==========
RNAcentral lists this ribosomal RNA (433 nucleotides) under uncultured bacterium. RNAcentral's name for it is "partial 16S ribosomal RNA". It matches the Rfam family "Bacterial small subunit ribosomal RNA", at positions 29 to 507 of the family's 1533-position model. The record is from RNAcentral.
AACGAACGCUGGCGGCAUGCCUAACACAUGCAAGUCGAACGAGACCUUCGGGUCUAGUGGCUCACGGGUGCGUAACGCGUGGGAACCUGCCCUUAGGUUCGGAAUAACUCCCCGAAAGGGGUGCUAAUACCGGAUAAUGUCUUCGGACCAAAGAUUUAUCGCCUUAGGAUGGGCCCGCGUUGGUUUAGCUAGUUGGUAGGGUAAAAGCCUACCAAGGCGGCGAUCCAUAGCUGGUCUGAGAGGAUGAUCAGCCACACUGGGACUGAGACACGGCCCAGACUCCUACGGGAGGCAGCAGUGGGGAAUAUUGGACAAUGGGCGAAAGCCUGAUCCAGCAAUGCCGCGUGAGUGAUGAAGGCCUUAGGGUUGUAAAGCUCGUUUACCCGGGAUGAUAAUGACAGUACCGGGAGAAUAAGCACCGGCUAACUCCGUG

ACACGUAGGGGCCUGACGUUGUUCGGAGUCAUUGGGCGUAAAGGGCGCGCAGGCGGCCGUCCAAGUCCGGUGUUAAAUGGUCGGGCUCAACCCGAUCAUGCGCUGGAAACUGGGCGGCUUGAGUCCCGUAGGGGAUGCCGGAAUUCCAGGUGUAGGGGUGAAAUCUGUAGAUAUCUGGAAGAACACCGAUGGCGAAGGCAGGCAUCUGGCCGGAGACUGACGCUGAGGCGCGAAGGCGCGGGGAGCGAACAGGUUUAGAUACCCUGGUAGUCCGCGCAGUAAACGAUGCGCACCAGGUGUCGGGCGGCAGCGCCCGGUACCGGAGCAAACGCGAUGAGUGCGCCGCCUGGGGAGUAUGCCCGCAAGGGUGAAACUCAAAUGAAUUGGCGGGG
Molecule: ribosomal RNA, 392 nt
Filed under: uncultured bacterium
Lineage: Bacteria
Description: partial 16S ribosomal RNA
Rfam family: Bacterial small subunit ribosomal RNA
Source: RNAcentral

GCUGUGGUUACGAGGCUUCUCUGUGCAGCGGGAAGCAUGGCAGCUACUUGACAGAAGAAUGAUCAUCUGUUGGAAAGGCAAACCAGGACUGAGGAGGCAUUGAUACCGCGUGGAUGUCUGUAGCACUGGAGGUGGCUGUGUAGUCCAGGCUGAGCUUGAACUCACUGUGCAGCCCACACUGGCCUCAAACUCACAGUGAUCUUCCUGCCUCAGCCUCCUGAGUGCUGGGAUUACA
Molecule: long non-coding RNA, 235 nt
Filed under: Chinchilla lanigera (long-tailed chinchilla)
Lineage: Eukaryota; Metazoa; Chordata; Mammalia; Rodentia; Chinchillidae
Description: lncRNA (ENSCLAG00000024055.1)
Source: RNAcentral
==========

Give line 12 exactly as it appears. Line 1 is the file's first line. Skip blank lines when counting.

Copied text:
Filed under: Chinchilla lanigera (long-tailed chinchilla)